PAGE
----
Assuntos
Neoplasias Colorretais , Neoplasias do Sistema Digestório , Ácido Ascórbico , Neoplasias do Sistema Digestório/epidemiologia , Neoplasias do Sistema Digestório/genética , Humanos , Análise da Randomização Mendeliana/métodos , Polimorfismo de Nucleotídeo Único/genética , Fatores de Risco , Vitaminas
11.
PLoS Comput Biol ; 18(8): e1010268, 2022 08.
Artigo em Inglês | MEDLINE | ID: mdl-36037248

RESUMO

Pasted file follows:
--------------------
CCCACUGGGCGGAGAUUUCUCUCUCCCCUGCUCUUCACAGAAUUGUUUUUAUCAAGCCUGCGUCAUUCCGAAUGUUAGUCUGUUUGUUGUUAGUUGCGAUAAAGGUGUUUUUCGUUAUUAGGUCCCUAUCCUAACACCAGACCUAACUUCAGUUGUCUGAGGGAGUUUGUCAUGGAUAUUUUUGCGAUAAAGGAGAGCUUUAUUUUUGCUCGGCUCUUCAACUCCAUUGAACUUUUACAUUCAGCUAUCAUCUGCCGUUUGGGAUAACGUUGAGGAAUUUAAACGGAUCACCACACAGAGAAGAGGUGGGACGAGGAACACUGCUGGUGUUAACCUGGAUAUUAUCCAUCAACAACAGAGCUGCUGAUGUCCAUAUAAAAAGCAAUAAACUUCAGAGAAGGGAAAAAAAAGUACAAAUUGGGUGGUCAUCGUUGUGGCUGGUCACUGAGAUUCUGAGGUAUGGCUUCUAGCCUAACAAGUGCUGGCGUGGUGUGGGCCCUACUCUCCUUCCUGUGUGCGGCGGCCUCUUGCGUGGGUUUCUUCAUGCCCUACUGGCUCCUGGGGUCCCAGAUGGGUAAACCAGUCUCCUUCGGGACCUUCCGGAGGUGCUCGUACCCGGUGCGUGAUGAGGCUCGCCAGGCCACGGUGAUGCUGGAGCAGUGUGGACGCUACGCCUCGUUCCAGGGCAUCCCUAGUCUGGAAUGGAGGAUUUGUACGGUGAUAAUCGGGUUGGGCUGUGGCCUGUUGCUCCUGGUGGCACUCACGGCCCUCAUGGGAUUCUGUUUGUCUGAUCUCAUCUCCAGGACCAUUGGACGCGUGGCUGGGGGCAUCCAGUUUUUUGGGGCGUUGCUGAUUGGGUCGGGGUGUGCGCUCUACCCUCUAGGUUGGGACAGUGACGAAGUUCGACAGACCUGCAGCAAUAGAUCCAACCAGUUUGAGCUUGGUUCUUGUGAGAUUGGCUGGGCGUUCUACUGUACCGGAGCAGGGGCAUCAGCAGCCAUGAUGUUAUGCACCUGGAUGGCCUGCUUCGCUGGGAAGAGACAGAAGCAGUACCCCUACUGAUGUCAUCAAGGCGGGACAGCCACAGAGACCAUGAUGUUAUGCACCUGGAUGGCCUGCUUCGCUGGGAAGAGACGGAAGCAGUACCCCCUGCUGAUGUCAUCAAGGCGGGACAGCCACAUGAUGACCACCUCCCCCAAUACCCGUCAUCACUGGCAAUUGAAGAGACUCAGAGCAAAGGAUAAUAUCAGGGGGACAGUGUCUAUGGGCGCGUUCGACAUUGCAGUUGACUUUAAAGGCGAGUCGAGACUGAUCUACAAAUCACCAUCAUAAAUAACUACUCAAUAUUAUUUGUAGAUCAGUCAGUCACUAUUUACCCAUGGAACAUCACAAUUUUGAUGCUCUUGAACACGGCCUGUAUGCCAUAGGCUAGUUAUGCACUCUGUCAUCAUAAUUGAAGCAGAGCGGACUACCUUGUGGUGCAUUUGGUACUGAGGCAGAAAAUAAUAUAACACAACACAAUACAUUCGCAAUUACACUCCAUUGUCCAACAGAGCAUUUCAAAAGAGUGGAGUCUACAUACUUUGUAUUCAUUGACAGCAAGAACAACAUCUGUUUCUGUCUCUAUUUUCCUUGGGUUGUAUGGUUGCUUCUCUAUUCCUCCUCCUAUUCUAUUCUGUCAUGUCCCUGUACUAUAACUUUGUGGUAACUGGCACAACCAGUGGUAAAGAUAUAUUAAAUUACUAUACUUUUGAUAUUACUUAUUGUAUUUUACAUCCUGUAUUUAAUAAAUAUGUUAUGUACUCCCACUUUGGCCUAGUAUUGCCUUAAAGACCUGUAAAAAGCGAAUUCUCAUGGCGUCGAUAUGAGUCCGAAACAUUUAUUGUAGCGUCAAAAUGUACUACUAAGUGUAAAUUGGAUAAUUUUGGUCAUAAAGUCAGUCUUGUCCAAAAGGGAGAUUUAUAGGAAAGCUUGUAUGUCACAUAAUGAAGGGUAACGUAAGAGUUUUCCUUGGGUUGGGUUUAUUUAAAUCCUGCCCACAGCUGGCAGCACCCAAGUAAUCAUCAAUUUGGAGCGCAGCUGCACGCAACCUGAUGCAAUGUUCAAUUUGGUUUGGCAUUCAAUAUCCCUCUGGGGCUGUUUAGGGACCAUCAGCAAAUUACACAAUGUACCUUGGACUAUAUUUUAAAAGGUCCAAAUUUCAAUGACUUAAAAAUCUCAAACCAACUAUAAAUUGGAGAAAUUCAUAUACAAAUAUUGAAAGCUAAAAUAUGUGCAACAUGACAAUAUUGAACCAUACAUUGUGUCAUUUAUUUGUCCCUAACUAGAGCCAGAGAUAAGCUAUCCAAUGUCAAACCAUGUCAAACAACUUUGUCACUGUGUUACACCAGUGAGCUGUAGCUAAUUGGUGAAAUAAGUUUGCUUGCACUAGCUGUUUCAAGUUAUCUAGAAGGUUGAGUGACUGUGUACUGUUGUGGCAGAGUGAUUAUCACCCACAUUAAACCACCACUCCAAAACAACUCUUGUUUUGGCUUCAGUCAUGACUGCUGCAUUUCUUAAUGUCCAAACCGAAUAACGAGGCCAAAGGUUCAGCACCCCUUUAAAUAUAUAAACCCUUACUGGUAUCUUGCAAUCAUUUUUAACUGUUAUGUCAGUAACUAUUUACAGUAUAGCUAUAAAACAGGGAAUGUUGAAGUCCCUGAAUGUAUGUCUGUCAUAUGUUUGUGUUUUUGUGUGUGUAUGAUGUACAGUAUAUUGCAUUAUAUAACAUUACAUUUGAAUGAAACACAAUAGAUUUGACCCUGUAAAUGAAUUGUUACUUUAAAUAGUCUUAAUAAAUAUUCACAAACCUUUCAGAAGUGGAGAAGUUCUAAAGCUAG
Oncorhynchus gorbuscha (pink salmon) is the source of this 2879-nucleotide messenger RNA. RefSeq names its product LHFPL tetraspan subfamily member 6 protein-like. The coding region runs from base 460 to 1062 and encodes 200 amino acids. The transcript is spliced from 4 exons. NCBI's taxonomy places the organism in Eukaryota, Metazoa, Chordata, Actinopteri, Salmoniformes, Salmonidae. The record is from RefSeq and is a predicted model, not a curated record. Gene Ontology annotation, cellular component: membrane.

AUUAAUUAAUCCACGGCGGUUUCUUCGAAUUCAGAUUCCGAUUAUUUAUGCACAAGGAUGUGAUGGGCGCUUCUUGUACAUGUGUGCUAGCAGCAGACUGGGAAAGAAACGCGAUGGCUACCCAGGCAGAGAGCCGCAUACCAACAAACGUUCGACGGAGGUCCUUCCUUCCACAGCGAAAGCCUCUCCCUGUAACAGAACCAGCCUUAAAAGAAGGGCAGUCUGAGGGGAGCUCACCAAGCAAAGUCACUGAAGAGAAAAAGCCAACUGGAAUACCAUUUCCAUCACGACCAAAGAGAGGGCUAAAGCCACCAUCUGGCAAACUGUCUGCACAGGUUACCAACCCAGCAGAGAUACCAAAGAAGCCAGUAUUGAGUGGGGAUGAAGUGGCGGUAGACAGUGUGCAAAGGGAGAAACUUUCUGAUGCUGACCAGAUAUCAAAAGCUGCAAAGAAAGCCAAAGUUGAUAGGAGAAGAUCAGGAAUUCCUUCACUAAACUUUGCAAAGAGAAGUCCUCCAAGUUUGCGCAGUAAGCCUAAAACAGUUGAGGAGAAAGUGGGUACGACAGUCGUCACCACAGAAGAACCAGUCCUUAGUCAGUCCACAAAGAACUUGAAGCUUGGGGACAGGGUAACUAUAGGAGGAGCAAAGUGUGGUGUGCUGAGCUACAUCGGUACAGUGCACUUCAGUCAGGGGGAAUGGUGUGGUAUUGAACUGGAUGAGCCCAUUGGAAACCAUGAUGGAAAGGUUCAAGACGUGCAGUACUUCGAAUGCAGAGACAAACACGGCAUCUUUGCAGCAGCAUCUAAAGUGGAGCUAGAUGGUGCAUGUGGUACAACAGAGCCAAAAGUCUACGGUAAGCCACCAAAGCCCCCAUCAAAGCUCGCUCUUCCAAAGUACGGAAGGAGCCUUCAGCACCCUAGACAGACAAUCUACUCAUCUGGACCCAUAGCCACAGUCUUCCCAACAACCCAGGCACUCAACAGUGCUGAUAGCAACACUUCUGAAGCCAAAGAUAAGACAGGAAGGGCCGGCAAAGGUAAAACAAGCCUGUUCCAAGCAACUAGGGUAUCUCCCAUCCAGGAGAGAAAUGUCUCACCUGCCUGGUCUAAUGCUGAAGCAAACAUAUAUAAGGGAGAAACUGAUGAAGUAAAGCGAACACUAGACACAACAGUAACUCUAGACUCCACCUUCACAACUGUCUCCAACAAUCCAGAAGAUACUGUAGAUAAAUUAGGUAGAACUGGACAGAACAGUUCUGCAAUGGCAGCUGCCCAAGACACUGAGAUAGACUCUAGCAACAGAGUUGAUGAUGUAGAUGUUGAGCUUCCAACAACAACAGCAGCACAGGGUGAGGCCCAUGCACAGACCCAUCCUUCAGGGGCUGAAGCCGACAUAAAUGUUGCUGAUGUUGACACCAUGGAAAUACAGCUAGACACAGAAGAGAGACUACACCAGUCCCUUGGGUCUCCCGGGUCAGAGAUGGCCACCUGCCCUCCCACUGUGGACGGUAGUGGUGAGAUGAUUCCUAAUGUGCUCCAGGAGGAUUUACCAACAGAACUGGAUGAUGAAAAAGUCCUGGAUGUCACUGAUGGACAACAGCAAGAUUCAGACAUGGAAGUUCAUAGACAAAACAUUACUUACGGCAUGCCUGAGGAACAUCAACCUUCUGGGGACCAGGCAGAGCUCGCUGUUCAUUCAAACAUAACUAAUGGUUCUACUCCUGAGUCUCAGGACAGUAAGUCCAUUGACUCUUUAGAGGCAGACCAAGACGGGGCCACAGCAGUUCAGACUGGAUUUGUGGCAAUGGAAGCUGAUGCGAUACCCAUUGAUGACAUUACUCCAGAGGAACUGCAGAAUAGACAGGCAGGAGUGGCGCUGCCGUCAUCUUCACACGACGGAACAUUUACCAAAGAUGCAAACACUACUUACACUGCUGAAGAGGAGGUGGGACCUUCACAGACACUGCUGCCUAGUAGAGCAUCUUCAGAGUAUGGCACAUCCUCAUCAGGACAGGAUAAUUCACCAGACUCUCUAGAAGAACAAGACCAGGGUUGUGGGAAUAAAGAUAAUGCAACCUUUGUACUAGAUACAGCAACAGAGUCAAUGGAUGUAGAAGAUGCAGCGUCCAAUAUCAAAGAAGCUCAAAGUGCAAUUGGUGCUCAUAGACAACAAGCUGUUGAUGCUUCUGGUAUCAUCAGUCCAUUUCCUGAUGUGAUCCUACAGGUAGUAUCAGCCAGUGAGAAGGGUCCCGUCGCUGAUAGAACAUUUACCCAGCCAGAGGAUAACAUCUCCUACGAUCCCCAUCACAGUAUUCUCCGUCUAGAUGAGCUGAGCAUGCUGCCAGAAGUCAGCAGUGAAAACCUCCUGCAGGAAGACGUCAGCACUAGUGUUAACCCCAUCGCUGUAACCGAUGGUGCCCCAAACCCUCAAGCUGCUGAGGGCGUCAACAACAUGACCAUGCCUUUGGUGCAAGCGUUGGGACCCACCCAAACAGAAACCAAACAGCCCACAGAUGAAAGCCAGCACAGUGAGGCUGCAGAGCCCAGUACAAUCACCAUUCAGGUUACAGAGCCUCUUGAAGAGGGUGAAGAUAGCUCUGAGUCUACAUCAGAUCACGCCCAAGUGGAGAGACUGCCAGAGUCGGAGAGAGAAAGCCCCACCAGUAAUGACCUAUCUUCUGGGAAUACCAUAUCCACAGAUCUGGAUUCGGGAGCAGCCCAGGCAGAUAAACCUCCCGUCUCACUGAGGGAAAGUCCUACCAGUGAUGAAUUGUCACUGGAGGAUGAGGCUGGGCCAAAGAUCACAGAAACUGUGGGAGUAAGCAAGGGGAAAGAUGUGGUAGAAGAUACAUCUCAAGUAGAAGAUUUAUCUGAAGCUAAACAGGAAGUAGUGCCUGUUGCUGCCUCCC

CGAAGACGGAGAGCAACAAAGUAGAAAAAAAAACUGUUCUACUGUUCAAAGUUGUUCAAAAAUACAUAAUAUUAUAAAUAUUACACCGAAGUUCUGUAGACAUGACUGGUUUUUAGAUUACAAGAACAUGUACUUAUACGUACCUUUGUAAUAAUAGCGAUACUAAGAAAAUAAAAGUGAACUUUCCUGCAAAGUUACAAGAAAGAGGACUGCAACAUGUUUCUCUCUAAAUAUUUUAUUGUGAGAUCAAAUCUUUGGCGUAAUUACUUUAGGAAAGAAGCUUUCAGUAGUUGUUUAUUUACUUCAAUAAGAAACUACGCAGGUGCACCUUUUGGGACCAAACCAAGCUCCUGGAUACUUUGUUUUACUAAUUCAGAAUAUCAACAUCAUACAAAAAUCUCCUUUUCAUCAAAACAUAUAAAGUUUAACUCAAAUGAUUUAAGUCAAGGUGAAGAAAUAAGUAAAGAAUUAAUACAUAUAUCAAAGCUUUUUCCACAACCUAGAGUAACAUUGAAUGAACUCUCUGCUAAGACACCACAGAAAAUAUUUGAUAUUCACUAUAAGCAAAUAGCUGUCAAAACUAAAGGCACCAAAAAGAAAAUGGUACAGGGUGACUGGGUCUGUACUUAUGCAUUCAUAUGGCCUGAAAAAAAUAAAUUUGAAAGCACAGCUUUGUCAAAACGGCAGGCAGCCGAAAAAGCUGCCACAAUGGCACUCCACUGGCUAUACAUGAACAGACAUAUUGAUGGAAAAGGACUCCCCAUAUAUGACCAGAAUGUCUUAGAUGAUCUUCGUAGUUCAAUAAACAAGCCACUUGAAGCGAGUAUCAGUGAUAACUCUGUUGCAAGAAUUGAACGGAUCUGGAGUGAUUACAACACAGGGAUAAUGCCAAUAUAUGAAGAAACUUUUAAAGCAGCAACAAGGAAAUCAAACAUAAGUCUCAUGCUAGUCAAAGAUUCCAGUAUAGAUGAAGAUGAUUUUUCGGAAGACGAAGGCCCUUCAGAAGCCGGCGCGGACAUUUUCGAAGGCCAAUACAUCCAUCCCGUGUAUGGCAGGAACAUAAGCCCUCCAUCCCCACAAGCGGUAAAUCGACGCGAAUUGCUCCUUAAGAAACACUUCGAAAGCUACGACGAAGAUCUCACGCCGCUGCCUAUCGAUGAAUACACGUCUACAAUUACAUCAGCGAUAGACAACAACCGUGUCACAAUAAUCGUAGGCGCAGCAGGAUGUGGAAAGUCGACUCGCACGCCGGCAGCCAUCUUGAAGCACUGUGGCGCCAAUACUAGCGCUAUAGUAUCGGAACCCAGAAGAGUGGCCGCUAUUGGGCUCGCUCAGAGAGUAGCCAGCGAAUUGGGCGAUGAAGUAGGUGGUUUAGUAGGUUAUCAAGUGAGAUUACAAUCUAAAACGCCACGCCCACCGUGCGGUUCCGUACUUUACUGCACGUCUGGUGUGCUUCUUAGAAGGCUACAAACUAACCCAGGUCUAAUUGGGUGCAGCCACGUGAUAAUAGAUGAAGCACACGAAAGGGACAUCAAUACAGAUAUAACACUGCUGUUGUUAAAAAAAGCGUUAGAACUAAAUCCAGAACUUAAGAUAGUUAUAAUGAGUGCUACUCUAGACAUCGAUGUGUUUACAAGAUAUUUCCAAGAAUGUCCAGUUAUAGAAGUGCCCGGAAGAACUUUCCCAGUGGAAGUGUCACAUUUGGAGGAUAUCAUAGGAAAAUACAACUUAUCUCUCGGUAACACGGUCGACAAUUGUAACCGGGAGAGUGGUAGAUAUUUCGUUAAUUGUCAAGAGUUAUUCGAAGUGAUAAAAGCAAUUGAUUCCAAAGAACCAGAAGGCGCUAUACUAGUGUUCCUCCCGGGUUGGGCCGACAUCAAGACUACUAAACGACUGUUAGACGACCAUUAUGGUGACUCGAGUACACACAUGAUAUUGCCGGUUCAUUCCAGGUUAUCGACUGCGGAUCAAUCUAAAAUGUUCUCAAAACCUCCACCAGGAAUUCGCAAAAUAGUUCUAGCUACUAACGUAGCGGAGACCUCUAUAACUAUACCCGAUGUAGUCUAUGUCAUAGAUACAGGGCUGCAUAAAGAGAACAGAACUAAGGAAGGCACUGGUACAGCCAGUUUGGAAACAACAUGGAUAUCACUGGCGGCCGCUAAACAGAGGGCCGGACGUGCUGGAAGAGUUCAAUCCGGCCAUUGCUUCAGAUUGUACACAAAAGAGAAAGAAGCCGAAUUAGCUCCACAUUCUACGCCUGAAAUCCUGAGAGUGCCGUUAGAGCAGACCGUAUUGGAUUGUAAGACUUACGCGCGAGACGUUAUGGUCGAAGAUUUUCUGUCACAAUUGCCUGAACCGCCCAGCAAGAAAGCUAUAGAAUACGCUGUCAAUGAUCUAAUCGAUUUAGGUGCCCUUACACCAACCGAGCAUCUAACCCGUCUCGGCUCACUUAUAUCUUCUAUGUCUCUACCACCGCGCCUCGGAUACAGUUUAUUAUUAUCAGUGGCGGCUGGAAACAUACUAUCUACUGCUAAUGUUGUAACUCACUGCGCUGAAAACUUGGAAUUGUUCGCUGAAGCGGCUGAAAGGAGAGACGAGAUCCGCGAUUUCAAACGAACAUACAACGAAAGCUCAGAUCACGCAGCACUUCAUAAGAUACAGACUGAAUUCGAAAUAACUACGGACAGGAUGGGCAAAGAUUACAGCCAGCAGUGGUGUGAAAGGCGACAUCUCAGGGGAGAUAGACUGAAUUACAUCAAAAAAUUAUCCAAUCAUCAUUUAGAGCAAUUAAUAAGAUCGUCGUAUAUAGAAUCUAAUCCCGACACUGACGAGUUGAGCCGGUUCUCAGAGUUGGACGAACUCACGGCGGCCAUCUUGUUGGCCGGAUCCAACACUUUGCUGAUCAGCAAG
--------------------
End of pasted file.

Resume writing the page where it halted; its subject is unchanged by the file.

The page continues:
Bias from weak instruments may undermine the ability to estimate causal effects in instrumental variable regression (IVR). We present here a new approach to handling weak instrument bias through the application of a new type of instrumental variable coined 'Cross-Fitted Instrument' (CFI). CFI splits the data at random and estimates the impact of the instrument on the exposure in each partition. These estimates are then used to perform an IVR on each partition. We adapt CFI to the Mendelian randomization (MR) setting and term this adaptation 'Cross-Fitting for Mendelian Randomization' (CFMR). We show that, even when using weak instruments, CFMR is, at worst, biased towards the null, which makes it a conservative one-sample MR approach. In particular, CFMR remains conservative even when the two samples used to perform the MR analysis completely overlap, whereas current state-of-the-art approaches (e.g., MR RAPS) display substantial bias in this setting. Another major advantage of CFMR lies in its use of all of the available data to select genetic instruments, which maximizes statistical power, as opposed to traditional two-sample MR where only part of the data is used to select the instrument. Consequently, CFMR is able to enhance statistical power in consortia-led meta-analyses by enabling a conservative one-sample MR to be performed in each cohort prior to a meta-analysis of the results across all the cohorts. In addition, CFMR enables a cross-ethnic MR analysis by accounting for ethnic heterogeneity, which is particularly important in meta-analyses where the participating cohorts may have different ethnicities. To our knowledge, none of the current MR approaches can account for such heterogeneity. Finally, CFMR enables the application of MR to exposures that are either rare or difficult to measure, which would normally preclude their analysis in the regular two-sample MR setting.